# Tricky Poisson Formula Rearrangement

#### PeterRose

##### New Member
Hello,

I am currently doing some bus stop designs. I have not done statistics for a while but remember once doing poisson distributions at Uni.

The problem I have, I think, requires a specific arrangement of the poisson formula for cumulative distribution.

If I have x number of buses arrive per hour and they each stay on average y seconds how many bus stops would I require so that the number of buses at the stops exceeds the number of stops z%?
e.g. buses per hour = 30
buses wait time = 60 seconds
poisson random distribution for arrival times
probability of exceeding number of bus spaces = 5%
bus spaces = ?

I would appreciate any guidance to solving this problem. I have researched formulas but can't seem to find one that allows me to perform this calculation.

Many Thanks!

#### BGM

##### TS Contributor
Let $$X_i$$ be the arrival time of the $$i$$-th bus

and $$Y_i$$ be the amount of time that the $$i$$-th bus stay in the bus stop.

Then the number of buses stay in the bus stop at time $$t$$

$$M(t) \triangleq \sum_{i=1}^{N(t)} \mathbf{1}\{t < X_i + Y_i\}$$

where $$N(t)$$ is the number of buses arrived before time $$t$$

The key trick here is to observe that $$M(t)$$ is a symmetric functional of the arrival time, as we assume $$Y_i$$ are i.i.d.

Therefore, since the arrival time conditional on the number of arrivals is distributed like the ordered-uniform on $$(0, t]$$ , by the symmetric property they are distributed like the independent uniform on $$(0, t]$$

Therefore, $$M(t) \stackrel {d} {=} \sum_{i=1}^{N(t)} \mathbf{1}\{t < U_i + Y_i\}$$
where $$U_i$$ are i.i.d. uniform on $$(0, t]$$ and independent of $$N(t)$$

The exact distribution of $$M$$ maybe is difficult to obtain, but at least you may evaluate the desired probabilities numerically. If you want the expectations then it is already in a closed form solution.

#### PeterRose

##### New Member
Ok. Well this is interesting but pretty much over my head. I have my old stats book out to try and find the solution I am after but it doesn't seem to work. I am attempting trial and error solutions at the moment.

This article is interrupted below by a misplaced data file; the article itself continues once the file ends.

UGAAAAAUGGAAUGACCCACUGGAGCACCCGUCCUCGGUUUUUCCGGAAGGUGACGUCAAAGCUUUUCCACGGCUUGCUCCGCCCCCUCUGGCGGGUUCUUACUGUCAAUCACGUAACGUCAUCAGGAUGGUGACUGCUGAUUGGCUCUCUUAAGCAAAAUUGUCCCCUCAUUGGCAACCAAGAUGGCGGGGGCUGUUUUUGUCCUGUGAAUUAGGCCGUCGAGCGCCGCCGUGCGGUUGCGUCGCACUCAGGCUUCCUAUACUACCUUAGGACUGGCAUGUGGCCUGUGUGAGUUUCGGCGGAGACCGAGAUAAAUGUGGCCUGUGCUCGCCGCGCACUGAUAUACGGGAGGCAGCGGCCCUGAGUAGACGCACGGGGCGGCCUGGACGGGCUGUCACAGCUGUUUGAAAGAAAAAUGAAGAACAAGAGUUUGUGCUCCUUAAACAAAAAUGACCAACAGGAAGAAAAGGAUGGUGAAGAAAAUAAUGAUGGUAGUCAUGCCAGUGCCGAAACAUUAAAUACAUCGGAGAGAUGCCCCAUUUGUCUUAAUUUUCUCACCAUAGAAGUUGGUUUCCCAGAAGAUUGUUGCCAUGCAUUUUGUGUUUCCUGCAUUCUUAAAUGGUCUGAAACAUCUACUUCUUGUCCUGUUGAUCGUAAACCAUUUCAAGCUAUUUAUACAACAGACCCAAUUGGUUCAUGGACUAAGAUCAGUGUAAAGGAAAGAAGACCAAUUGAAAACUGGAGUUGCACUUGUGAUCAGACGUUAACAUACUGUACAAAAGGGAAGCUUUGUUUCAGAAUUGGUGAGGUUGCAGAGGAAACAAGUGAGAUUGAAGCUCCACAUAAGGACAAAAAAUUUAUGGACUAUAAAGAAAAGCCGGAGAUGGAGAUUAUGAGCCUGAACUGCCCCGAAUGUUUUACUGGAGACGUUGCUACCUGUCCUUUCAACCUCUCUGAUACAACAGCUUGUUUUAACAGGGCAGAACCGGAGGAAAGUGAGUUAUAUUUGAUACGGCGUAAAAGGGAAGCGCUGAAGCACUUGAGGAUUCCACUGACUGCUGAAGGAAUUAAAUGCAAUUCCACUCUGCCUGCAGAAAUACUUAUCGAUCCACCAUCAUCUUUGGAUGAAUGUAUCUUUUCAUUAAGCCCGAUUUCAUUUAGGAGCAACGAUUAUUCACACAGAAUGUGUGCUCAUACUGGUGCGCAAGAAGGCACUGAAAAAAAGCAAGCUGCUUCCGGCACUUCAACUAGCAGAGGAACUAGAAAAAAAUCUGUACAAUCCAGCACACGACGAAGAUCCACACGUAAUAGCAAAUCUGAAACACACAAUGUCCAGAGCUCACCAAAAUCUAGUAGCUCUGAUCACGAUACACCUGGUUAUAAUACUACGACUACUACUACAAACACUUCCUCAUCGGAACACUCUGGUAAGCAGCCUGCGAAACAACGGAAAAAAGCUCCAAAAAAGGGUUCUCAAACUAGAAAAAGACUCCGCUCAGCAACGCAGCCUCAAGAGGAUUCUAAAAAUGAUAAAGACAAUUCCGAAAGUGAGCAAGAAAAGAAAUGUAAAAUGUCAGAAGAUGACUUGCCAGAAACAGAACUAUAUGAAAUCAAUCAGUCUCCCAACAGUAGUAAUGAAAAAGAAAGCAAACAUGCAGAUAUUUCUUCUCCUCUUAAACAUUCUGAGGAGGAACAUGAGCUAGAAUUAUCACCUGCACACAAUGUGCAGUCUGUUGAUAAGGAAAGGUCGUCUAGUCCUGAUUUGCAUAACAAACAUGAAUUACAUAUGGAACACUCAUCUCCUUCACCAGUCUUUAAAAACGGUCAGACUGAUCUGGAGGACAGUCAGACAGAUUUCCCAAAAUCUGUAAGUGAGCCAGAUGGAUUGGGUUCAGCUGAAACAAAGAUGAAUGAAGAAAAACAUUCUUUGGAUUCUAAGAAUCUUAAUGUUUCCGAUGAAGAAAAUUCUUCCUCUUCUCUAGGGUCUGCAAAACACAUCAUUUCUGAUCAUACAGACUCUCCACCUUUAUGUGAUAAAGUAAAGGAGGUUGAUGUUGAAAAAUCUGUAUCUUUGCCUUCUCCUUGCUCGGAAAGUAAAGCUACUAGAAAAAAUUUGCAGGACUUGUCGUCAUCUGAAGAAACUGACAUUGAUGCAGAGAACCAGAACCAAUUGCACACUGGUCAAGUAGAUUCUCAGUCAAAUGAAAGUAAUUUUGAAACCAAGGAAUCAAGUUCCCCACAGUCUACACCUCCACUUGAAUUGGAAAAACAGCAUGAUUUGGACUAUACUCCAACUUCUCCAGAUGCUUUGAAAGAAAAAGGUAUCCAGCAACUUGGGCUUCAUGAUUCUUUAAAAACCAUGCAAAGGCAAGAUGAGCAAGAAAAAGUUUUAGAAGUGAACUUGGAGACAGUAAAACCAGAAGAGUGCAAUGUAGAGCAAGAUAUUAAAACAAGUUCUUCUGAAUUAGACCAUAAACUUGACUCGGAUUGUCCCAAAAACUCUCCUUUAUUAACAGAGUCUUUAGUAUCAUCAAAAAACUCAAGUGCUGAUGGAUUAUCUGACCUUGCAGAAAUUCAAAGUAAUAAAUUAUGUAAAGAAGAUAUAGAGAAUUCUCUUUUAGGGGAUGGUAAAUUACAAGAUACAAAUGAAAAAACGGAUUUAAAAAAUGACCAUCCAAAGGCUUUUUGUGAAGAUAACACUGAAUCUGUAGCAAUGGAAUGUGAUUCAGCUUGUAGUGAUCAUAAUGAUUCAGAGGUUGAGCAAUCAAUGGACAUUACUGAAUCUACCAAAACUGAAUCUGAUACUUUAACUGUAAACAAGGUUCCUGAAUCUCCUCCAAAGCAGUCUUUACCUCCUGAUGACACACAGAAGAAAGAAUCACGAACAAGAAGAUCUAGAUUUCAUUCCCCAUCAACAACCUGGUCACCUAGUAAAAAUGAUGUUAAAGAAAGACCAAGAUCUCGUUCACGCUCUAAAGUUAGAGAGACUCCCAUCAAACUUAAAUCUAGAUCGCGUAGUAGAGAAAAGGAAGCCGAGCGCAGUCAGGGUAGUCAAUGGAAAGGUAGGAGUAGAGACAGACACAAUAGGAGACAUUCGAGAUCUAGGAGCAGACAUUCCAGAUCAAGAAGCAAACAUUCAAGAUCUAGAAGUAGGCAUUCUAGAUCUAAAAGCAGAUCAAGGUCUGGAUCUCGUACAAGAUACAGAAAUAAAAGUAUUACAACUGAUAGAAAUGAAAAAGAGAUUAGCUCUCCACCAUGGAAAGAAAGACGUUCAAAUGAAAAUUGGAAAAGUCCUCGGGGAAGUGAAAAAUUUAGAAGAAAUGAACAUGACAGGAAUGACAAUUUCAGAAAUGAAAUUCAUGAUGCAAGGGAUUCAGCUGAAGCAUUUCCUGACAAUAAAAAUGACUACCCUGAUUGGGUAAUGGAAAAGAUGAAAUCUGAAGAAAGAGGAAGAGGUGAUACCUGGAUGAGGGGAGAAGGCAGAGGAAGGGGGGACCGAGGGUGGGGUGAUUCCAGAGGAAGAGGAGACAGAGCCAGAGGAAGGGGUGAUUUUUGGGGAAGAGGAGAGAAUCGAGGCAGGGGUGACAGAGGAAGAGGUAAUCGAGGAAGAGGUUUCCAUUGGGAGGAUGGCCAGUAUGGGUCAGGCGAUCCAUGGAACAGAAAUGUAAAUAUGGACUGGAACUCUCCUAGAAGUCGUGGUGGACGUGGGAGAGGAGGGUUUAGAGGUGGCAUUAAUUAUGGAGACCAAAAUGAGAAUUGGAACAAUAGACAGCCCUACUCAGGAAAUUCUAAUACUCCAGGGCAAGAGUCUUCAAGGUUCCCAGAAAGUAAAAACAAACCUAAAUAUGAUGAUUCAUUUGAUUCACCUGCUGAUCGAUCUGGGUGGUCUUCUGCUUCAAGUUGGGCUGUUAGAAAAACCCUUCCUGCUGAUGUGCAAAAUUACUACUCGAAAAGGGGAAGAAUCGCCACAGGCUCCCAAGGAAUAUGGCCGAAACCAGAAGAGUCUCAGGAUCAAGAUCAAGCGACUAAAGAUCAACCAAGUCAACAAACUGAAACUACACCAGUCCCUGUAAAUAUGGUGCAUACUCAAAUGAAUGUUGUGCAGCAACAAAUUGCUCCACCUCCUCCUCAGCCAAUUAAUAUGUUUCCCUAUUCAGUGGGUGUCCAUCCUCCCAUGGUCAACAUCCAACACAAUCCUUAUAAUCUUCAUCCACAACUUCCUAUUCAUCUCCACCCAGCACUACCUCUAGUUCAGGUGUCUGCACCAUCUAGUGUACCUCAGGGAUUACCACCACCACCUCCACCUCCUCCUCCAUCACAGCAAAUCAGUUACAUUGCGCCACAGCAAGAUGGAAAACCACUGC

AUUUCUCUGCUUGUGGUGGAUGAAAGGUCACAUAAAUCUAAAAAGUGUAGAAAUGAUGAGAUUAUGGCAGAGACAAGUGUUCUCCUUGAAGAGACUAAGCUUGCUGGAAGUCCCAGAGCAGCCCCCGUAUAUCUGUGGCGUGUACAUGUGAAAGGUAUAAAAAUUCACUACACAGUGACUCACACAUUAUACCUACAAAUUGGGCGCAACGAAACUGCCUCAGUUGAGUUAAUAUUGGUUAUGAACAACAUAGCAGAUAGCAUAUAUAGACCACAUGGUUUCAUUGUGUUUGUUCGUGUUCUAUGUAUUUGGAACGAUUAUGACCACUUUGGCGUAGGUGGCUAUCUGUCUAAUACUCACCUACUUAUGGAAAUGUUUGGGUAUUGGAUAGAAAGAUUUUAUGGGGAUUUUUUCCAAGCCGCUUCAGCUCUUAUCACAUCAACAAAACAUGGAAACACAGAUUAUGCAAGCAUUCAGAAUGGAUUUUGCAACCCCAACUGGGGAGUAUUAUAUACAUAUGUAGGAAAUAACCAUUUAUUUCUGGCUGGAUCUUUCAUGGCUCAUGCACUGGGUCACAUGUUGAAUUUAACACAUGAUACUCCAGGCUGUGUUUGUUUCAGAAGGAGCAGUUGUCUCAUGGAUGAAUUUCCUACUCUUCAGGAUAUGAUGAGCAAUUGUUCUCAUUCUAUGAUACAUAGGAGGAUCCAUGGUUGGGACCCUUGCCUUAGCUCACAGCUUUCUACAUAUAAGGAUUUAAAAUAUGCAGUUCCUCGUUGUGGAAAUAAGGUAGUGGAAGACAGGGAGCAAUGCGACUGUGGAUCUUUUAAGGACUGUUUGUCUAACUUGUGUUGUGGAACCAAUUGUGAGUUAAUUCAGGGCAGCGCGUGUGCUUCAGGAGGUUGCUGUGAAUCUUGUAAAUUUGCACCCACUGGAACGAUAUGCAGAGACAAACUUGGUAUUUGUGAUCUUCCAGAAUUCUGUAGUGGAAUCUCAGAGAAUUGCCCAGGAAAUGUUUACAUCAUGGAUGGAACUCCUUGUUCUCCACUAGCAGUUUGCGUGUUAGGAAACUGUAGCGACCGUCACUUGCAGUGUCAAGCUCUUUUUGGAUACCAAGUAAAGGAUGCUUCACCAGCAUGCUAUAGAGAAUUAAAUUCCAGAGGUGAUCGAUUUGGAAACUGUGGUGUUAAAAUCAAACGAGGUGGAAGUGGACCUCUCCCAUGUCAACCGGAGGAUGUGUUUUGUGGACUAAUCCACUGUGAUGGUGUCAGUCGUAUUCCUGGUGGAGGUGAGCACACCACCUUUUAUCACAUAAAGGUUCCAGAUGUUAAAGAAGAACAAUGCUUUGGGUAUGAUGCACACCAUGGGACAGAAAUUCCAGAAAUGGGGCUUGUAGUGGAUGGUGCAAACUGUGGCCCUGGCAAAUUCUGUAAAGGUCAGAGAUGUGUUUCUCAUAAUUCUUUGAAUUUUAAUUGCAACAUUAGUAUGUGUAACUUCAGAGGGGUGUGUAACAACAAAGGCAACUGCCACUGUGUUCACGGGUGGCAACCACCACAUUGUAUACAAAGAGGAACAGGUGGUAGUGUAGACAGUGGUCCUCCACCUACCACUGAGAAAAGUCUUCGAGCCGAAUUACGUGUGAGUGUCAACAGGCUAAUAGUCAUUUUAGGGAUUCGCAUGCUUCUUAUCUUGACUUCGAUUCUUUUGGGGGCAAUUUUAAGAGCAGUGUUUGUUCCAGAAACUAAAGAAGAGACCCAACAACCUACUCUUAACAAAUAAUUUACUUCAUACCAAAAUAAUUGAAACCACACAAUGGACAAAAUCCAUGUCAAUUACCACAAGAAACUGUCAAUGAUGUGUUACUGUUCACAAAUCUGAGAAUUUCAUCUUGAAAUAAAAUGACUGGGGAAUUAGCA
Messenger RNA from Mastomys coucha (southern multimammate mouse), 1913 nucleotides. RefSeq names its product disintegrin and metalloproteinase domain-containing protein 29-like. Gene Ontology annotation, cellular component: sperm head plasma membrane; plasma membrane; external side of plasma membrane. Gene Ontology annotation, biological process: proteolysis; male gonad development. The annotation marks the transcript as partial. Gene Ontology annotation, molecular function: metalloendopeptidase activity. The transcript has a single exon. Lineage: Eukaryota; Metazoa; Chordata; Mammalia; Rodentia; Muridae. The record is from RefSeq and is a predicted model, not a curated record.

If the mean rate of buses using the bus stop is 30/60 per minute, and the mean stopping time is say 30 seconds and there are 2 bus spaces available how would I calculate how often the number of bus spaces is exceeded?
I think I need to use this formula: P(X < x) = ((vt)^x)/x!*exp(-vt) where x = 0, 1 2,...

#### BGM

##### TS Contributor
Yes of course you need to use the pmf of Poisson, because $$N(t)$$ is a Poisson process.

So using law of total probability, conditioning on $$N(t) = n$$, we obtain

$$\Pr\{M(t) = m\} = \sum_{n=0}^{+\infty} \Pr\{M(t) = m|N(t) = n\}\Pr\{N(t) = n \}$$

The latter part is the Poisson pmf, while the first part is the Binomial pmf, because

$$M(t)|N(t) = n \sim \text{Binomial}(n, p)$$
where $$p = \Pr\{U + Y > t\}$$

All things are ready, I think you need to specify the distribution of the staying time of
each bus as well. Otherwise at most you can give a bound for the approximation.

#### PeterRose

##### New Member
Ok so let's say the coefficient of variation for bus dwell time is 0.6 (is this too low)?

#### BGM

##### TS Contributor
I have check my text again. If you are just want to ask for the long-run distribution,

then $$M(t)$$ has a Poisson distribution with mean $$\lambda \mu$$,

where $$\lambda$$ is the mean arrival rate and $$\mu$$ is the mean staying time.

I have to correct 1 point for my previous post:

Actually you can show the unconditional distribution of $$M(t)$$ is Poisson by evaluating the above sum.

So if you can determine the $$p$$, then you know the whole distribution of $$M(t)$$

$$M(t) \sim \text{Poisson}(\lambda p t)$$

and thus you can evaluate the corresponding stops needed.